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Wind River Trip
Posted: Thu Jan 16, 2020 10:02 am
So I've been going back to the Sierra for the last 7 summers (live near Boston these days). Spent a lot of time around the Leconte divide, and last year did the Humphreys/French area. I would love to do one more trip into Blackcap, but been feeling the tug to try something new...the Wind River area. It is always hard to go somewhere where you know nothing. So for those who may have hiked that area, I'd love suggestions (and yes, I'm ordering WD's book). Read everything on here about the Winds, but would love more info. Two things I love...beautiful scenery and good fishing. All input is very welcomed.
Re: Wind River Trip
Posted: Thu Jan 16, 2020 7:41 pm
It depends on how long a trip you can do. Or perhaps more than one shorter trip? How much, if any off-trail travel do you want? Do you have time to use east side trailheads, which are a longer drive when coming from California.
A bit on general logistics. Not many trailheads have paved roads, and some require significant drives on poor roads. Everyone in Wyoming has a truck so there is little incentive to keep good roads. I have, however, driven my passenger cars to most, but they take a beating. 4wd is not needed, but high clearance really helps. Lander and Pinedale are the only nearby towns that have any outdoor recreation services. Some very limited stores in Dubois. There are no trail quotas. You do need to buy a permit if you go on the Wind River Indian Reservation, but nobody asks where you are going. There is volunteer sign-in at some trailheads. Major FS and G&F agency offices in Pinedale and Lander, small FS office in Dubois. BLM office is in Rock Springs. FS maps are useful for road and TH locations and they show the trails that are maintained. A LOT of trails on the USGS maps are NOT maintained and some totally over-grown. There has also been some major fires and bark-beetle damage recently. I think all FS offices have maps in their office that show where these are. Trails on the Reservation are NOT maintained. The only ones working on the Reservation trails are outfitters who use the trails. As of 2016 all the outfitters had quit (mainly due to severe trail damage by the 2012 Alpine Lake Fire).
Fishing: On the Wind River Indian Reservation a crossing permit is required and it doubles as your fishing permit, so fishing is basically free. They over-60 yr old annual permit for about $65. Every day your car is parked at a Reservation TH you have to have a permit, so for trips more than a week the price is about the same for an annual permit as a shorter term permit. If you are under 60 years old, the Reservation permit is similar to the Wyoming out-of-state license, which is about $125, or $14 per day (unfortunately, Wyo G&F has no out-of-state senior discount). These may have changed this year so you need to check them out yourself. Because of the senior discount I have done most of my recent fishing on the Reservation. There is a nice fishing inventory for the Bridger NF on their Pinedale office web-site. For the Shoshone Forest on the east side, they have fishing maps in their office in Lander, but nothing on the internet (at least as 2018). The fishery on the Reservation is managed by the Federal Fish and Wildlife office in Lander. These guys to a lot of field work and very helpful and really know their stuff.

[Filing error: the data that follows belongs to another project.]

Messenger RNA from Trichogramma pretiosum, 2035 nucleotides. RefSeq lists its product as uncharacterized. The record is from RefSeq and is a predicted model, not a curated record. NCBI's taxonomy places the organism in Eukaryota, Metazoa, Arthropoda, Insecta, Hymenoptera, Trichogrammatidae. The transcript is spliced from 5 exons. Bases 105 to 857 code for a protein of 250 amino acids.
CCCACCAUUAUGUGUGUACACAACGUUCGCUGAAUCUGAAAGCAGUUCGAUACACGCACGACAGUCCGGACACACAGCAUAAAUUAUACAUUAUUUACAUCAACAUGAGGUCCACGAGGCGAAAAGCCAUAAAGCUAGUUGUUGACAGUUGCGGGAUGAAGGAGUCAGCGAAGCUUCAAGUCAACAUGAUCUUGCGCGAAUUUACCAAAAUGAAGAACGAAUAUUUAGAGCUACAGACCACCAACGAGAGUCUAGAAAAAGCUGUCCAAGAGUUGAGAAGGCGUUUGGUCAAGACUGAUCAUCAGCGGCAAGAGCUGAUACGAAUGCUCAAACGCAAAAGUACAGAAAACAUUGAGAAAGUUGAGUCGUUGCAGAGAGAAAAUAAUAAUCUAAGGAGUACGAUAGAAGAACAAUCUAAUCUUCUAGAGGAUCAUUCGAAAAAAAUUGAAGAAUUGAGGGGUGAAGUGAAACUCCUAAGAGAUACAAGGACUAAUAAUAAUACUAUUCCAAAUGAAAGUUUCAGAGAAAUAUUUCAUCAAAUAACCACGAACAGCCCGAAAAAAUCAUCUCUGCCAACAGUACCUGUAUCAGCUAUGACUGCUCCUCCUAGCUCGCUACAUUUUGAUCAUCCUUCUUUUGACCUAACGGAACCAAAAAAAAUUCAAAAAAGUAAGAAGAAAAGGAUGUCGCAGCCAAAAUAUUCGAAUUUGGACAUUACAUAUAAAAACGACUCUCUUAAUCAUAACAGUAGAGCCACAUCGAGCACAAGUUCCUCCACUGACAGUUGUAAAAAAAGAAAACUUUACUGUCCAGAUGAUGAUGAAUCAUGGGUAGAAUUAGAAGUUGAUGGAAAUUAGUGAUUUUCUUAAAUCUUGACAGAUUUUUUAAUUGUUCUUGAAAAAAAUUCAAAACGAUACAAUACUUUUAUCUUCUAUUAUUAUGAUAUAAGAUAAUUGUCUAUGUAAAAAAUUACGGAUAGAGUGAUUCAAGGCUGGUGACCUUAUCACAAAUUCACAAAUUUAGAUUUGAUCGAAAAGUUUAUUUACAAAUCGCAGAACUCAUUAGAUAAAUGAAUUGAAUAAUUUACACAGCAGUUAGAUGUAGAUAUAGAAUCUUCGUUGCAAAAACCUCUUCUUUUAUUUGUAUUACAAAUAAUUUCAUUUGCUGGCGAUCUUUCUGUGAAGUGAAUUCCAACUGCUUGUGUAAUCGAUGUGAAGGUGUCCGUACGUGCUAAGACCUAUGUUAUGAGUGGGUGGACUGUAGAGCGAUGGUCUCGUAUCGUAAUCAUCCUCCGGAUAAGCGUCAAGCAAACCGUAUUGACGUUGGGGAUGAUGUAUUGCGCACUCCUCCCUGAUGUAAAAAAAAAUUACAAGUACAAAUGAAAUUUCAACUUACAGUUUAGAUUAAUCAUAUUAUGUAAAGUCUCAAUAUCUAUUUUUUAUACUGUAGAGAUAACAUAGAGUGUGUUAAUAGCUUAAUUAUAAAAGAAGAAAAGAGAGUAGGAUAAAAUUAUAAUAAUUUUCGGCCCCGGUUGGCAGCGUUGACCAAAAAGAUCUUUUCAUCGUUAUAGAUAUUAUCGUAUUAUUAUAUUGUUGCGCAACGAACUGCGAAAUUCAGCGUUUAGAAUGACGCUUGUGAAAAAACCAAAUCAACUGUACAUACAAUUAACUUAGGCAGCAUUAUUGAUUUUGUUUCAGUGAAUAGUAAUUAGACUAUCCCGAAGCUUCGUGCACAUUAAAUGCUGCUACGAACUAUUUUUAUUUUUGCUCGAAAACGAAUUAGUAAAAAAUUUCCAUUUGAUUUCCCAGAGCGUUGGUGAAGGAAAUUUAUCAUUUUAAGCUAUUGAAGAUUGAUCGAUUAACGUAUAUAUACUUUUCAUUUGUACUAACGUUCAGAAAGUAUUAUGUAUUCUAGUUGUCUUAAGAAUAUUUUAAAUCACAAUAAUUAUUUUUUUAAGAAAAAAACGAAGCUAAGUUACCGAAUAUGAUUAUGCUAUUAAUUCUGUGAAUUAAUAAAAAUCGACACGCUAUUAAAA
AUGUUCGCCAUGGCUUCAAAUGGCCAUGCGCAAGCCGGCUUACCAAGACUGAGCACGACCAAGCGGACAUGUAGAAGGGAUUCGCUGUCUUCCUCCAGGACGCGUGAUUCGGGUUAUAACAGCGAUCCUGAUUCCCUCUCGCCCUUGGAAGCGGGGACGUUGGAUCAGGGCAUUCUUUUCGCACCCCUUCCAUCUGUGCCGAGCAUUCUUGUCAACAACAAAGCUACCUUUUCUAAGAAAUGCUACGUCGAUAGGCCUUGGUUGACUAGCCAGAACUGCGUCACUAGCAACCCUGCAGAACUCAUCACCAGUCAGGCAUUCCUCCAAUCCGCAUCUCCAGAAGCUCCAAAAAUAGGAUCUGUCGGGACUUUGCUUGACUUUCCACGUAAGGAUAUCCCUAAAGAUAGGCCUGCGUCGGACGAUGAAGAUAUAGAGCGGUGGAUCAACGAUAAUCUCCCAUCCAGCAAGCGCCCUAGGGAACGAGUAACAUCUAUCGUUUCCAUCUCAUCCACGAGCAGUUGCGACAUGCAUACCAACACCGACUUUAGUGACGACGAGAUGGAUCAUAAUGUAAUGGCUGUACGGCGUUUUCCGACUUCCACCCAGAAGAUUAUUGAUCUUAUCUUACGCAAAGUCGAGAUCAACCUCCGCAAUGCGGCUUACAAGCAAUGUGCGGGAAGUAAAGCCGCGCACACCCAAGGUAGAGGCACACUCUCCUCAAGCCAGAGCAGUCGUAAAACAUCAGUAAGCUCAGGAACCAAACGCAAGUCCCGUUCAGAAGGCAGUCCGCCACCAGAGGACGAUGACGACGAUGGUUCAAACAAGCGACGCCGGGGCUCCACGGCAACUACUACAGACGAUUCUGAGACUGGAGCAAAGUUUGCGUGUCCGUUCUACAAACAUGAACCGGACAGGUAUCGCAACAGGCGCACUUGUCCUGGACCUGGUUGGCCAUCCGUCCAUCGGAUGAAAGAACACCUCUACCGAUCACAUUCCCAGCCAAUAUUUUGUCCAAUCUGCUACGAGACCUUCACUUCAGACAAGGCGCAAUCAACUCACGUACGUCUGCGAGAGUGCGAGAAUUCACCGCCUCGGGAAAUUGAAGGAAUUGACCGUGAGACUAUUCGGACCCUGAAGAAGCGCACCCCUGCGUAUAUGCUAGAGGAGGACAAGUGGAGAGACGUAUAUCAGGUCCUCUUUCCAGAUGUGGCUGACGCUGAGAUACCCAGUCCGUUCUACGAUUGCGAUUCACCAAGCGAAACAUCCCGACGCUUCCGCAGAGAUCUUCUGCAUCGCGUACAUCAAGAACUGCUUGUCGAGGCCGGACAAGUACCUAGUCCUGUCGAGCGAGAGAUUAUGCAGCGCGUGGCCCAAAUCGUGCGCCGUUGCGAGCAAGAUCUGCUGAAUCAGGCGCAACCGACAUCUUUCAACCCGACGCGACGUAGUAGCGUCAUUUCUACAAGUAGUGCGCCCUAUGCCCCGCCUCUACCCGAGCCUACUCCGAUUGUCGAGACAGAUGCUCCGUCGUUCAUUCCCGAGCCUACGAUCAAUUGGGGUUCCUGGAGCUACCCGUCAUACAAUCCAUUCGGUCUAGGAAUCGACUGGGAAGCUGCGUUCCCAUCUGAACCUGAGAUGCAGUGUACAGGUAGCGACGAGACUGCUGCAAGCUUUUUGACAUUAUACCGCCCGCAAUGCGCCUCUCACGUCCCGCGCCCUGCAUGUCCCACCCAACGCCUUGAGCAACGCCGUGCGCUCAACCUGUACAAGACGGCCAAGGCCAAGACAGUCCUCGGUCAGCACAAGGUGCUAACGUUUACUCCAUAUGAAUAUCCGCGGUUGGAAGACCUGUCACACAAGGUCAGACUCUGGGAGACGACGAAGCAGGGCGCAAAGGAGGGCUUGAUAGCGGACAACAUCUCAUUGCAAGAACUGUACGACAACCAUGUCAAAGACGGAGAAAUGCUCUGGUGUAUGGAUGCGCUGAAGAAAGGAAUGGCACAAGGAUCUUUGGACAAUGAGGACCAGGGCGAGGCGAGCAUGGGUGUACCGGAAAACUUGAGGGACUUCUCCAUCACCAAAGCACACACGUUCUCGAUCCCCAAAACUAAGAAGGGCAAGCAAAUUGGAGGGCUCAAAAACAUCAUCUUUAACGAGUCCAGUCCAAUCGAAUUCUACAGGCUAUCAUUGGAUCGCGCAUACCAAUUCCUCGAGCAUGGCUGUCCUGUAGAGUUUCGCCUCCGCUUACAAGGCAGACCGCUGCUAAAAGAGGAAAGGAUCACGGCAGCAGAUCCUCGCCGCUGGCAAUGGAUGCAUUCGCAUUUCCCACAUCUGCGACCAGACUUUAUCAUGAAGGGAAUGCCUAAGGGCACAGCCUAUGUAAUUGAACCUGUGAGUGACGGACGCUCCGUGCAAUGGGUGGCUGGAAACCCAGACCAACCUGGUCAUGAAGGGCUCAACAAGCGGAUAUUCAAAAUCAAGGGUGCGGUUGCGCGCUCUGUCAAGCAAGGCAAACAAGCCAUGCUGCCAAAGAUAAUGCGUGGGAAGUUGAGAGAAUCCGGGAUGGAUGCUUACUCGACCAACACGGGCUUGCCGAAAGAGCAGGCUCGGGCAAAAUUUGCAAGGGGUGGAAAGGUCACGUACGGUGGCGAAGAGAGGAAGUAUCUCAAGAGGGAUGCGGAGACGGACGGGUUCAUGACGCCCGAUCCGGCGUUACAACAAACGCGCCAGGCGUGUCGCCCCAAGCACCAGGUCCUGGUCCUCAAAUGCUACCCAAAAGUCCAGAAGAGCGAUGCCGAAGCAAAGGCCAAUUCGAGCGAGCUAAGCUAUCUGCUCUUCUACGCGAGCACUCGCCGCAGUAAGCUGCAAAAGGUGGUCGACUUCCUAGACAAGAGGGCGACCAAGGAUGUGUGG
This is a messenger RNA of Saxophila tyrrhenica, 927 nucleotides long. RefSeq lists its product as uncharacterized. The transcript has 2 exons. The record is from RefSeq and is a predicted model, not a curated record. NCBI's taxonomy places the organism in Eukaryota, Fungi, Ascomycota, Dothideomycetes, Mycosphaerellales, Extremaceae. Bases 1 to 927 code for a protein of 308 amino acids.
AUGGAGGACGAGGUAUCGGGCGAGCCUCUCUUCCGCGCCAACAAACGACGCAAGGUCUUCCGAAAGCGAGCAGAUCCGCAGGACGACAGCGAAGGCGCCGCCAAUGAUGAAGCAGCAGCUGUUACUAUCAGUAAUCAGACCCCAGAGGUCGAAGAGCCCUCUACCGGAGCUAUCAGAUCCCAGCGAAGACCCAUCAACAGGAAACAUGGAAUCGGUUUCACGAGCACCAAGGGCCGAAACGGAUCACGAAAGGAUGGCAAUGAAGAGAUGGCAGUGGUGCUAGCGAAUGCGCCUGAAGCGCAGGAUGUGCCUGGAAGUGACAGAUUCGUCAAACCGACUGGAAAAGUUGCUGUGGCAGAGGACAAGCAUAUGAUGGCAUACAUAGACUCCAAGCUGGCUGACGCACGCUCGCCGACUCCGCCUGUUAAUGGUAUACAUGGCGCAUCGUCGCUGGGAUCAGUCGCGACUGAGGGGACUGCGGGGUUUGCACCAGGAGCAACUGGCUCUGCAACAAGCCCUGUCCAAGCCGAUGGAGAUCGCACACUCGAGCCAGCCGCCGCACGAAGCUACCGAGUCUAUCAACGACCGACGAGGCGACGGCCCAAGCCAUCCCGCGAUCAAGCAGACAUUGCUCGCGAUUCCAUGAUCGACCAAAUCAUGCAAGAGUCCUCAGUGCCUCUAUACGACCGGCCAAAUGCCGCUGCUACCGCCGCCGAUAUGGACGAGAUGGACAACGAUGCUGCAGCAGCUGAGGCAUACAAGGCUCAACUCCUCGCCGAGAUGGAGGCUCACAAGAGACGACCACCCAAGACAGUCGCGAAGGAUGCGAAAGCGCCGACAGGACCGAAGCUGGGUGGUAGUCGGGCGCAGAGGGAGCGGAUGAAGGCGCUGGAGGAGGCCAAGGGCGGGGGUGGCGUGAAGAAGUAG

For the combination of great scenery and fishing, I personally like the South Fork of the Little Wind River (Shoshone NF) and the North Fork of the Little Wind River (Wind River Indian Reservation). Although these two areas are on the east side of the Divide, they can also be accessed from the west via Big Sandy TH or Scab Creek TH. There also are shuttle services on both sides, but the service on the west side is used a lot more.
I would recommend a similar trip to what I did in 2018 (wrote a trip report). Big Sandy-Black Joe-Temple Peak area- Cirque of Towers- South Fork Little Wind River, over to the East Fork and back to Big Sandy. If you are up to some relatively difficult off-trail, there are more options to return. I did a 7-day trip moving every day and not a lot of time for fishing. If you want more days to fish, you can focus only on the SFLW, and skip Cirque of Towers, Black Joe and Temple Peak areas by doing an in-and-out over Washakie Pass and Hailey Pass. This can even be done all on trails with day-hikes up to fish some of the off-trail lakes. When I did my trip in 2018 I met very few people (except at Cirque of the Towers). You can however hit crowds. Outfitters from Dickinson Park use the SFLW. I know the outfitter- he is a really good one (but very expensive).